For good or (more often than not) ill, the COVID-19 pandemic has affected nearly every industry in the world in some way. Perhaps no other industry has been more affected than healthcare. Some of these effects have been positive, such as the increasingly permanent changes to and increases in use of telehealth and connected care solutions. Sadly, when it comes to hospitals, the effects have been mostly negative.
The way the pandemic has hit hospitals seems strange to some. Hospitals all over the country reported being at capacity, some even exceeding capacity. With all that business, how could hospitals be struggling financially, some even to the point of bankruptcy? For hospitals, high patient volume does not always translate to higher profits. As emergency rooms and ICUs filled up with COVID-19 patients, nonessential and elective procedures were put on hold for months in order to make room for the patient surge. Since these procedures make up a lot of the profits for most hospitals (bringing in roughly $700 more per admission than ER admissions), the effects were devastating. The end result has been financial troubles and an incredibly high number of hospital closures in 2020. As a result, for private practice surgeons, partner hospitals were suddenly no longer a viable option for performing surgeries. Even if there hadn’t been a freeze on elective procedures, patients would have been unwilling to go to hospitals for treatment out of fear they could be exposed to COVID-19.
In order to continue performing surgeries outside of partner hospitals, more and more surgeons have been turning to Ambulatory Surgical Centers (ASCs) as an alternative. In this blog article, we will take a look at the surge in expansion of ASCs across the country—before, during and after COVID-19.
ASC Expansion is Happening Faster Than Ever
While the expansion of ASCs has certainly been accelerated by the COVID-19 pandemic, this trend is by no means a new occurrence. According to a report from Bain Consulting, ASCs performed more than half of all outpatient surgeries in 2017, a significant increase from the 32 percent of outpatient surgeries performed by ASCs in 2005. In 2018, 5,700 ASCs were operating in the U.S., performing 23 million procedures and generating $35 billion in revenue. Since the start of 2020, the increase in ASC numbers has only picked up speed.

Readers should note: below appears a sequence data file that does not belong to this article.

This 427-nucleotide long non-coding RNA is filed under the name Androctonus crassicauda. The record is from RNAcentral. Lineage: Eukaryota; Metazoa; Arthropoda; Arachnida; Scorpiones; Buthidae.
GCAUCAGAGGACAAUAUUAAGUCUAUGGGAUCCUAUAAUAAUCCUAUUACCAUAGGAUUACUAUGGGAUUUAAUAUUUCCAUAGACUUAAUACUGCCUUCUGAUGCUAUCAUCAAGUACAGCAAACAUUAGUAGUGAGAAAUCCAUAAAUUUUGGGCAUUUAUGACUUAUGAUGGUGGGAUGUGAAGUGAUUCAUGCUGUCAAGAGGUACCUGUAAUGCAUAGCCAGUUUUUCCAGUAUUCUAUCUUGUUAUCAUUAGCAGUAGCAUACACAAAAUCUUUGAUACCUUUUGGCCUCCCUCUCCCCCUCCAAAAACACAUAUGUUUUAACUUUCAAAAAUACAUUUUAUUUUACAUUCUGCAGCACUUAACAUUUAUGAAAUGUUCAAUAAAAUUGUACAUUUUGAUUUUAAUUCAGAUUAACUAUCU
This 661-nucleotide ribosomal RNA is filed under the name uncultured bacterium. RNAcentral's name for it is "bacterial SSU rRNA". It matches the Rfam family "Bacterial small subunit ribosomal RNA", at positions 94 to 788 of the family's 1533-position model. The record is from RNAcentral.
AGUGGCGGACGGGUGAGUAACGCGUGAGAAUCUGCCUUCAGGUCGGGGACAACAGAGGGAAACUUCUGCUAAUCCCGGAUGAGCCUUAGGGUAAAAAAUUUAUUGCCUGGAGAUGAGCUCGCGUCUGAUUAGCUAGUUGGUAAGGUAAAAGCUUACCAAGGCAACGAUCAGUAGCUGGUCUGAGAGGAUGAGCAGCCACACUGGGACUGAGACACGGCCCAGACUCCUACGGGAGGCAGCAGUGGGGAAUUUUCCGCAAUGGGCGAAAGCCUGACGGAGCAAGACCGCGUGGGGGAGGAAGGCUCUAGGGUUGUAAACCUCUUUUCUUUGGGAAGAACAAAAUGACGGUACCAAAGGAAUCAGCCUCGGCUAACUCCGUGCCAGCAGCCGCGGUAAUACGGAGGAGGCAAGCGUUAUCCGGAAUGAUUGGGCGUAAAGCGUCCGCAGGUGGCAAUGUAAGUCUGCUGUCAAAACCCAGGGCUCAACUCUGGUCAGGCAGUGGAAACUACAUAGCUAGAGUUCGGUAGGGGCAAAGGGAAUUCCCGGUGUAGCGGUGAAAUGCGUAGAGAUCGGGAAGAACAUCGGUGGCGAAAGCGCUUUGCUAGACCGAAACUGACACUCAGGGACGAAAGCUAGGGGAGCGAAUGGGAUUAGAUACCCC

According to the same Bain Consulting report, procedures performed at ASCs are projected to grow by an average 6% to 7% a year through 2021, up from 4% to 5% over the past three years. Orthopedic and cardio procedures performed in ASCs are expected to grow at the fastest rate. For years, ASCs have already been viewed as a preferred choice for ophthalmologists, specifically cataract surgeons, because such facilities make it possible for them to deliver high quality care without all the headaches that often come with working in a large hospital setting.
ASCs Are Good for Practices & the US Healthcare Economy
ASCs, as opposed to hospital Operating Rooms (ORs), are also better suited for routine and low-risk procedures. As a result, they allow private practice surgeons to offer procedures at rates that are 35 to 50 percent lower than those performed in hospital ORs. In fact, the use of ASCs is already saving the U.S. healthcare system an estimated $40 billion a year. This demonstrated savings is in turn spurring even more ASC growth.
We are already living in a world where the majority of outpatient surgical procedures are being performed at ASCs, and this trend is only expected to continue. For practices that are quick to adapt to this shift toward ASCs, there will be far less disruption for them if (or, more likely, when) similar emergencies to the current pandemic occur in the future.
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